BETHPAGE, Tenn. — A swatting call led to the death of a Tennessee man who was targeted for his Twitter handle.
Mark Herring, 60, was a tech guy. His daughter, Corinna Fitch said her father joined Twitter a day, maybe a week, after it came out.
He grabbed a handle that reflected his love for the state where he was born and raised his family. His Twitter handle was @Tennessee.
As Twitter grew, it was clear to all that Herring owned prime internet property. His daughter said that every so often he would say in passing that he got another offer on his handle.
However, Herring couldn’t be bought.
On April 27, 2020, Fitch said their doorbell rang. When she opened the door, a delivery man said he had a pizza for Herring, but her father never told her pizza was on the way.
Across town, Fitch’s sister Katie Hooge and their mother Fran Herring also received a delivery. They also didn’t order pizza.
Pizza after pizza showed up that night — all cash on delivery.
Fitch went on Facebook and messaged her father.
“Hey, I need you to call me,” she said. “And my sister texted, What’s this about? And I just said, ‘I just got pizza for Daddy at the house and she said we just got pizza for Daddy at our house.'”
Fitch thought it was a prank. Herring’s son-in-law Greg Hooge had a gut feeling it was something else.
“I thought maybe something was wrong with Mark,” he said. “I started calling him. I finally reached his live-in girlfriend. She said, ‘Everything is not OK. I’m in the back of a cop car. I got to go.'”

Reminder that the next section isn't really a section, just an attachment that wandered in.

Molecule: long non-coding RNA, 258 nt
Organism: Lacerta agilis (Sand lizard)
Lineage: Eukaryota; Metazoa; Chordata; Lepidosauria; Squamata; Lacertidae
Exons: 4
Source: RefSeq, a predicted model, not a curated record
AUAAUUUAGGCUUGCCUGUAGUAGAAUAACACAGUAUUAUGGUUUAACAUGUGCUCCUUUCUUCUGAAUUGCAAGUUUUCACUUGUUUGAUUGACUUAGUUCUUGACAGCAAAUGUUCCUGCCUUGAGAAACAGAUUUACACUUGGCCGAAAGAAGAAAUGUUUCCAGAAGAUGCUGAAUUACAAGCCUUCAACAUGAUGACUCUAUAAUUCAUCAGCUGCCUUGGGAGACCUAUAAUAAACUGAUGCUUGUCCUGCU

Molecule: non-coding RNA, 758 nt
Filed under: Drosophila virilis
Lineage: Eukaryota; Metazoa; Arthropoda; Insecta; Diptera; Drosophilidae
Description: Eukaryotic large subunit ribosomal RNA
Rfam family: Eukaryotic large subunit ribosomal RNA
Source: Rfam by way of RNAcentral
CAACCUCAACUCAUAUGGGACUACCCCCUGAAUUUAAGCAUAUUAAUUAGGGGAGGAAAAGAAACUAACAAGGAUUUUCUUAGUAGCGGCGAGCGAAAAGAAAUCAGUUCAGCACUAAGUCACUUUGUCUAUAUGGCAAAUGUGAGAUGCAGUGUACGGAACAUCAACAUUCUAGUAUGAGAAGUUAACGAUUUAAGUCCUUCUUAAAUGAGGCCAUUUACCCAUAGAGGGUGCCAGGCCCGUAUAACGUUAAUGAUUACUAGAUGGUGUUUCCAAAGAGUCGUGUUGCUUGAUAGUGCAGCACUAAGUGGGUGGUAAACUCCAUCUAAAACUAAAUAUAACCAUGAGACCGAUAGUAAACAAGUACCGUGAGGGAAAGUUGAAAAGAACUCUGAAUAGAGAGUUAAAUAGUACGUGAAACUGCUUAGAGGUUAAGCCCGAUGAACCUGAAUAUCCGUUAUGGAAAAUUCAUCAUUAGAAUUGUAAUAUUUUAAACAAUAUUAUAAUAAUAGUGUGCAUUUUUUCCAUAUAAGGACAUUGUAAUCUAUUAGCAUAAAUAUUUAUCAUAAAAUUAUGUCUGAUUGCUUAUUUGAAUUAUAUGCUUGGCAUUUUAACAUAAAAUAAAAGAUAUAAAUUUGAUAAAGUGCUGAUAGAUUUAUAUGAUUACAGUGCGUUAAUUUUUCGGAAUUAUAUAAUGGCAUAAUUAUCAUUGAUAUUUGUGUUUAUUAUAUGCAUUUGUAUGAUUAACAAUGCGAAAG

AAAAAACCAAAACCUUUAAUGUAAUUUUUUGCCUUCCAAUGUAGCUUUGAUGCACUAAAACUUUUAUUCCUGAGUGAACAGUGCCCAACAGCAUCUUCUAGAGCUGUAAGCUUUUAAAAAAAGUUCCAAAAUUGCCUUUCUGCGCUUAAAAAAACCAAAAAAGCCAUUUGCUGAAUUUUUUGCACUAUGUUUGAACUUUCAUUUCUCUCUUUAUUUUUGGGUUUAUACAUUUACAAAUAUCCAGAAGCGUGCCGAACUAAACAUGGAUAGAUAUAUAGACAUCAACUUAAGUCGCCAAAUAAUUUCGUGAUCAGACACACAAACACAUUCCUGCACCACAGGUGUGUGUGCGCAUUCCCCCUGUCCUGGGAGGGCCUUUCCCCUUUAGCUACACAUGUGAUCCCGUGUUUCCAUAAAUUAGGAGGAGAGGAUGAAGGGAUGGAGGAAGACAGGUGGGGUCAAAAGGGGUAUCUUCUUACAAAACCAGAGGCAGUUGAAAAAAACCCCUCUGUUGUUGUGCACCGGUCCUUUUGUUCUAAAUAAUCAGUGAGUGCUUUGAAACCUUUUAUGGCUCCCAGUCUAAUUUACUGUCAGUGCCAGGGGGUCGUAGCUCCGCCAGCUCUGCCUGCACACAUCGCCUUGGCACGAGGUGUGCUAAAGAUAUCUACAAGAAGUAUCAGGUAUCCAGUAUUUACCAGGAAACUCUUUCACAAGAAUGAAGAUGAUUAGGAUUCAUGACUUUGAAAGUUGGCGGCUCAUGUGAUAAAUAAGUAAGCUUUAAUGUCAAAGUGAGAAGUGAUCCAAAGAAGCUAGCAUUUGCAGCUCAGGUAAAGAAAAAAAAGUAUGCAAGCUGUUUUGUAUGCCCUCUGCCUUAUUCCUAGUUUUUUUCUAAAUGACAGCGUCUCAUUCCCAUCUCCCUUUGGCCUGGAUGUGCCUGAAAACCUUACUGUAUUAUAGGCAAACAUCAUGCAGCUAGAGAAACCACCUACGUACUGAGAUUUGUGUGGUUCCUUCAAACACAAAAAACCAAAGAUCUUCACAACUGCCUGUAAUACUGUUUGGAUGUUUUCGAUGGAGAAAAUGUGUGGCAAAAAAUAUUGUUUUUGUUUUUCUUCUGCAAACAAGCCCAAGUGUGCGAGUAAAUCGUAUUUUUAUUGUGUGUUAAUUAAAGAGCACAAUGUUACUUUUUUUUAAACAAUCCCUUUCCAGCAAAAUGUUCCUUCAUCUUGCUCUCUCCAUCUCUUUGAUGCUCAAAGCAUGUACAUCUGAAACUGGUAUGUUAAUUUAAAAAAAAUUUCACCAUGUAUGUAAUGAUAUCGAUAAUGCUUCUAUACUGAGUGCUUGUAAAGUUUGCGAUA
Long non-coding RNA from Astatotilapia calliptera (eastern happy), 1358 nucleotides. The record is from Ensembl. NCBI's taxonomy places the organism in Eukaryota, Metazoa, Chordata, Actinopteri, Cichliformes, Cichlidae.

The family eventually learned that earlier that day an anonymous caller demanded Herring hand over his Twitter handle worth thousands of dollars. He refused.
Greg Hooge said Herring’s neighbor called him and said there was police everywhere because a man killed a woman and told him to take cover.
Herring went outside his house with a gun because he heard someone was on his property — that’s when he saw cops all around him. The officers asked if he was Mark Herring and told him to put his hands up. Herring tossed the gun to show he was not a threat and raised his arms.
He died minutes later. His daughter said she thinks her father was scared to death, which may have caused his fatal heart attack.
His family rushed to Sumner Regional Medical Center where they learned more about what happened.
The medical staff kept referring to a 911 call that was placed.
“It had been a prank phone call or a swatting phone call,” Greg said.
Months later, the family learned about Shane Sonderman who was a Tennessee minor back in April 2020 when the crime was committed. Fitch said he collected all of their information including addresses. He then put the information on a channel on Discord — a gaming chat forum.
The private information was released for use in an intimidation tactic meant to convince Herring to hand over his one-of-a-kind Twitter handle.
Another minor was in on the scheme — a minor in the United Kingdom who made the call to Herring’s local police department.
The accomplice will not be extradited from the United Kingdom because he’s still a minor.
Sonderman is currently behind bars awaiting trial. A Federal Grand Jury indictment claims he had six other people he targeted across the country. Herring was the only one who died.
“They’re not playing a game, and they’re not thinking it’s funny. This is legit extortion,” Greg said.
The handles sell for $3,000 to $4,000, Fitch said.
“Pennies compared to a life,” she said
The family shared Herring’s story now for several reasons. They want people to watch their children on the internet because they know more than a parent may think.
They also want those guilty of swatting to face tougher penalties.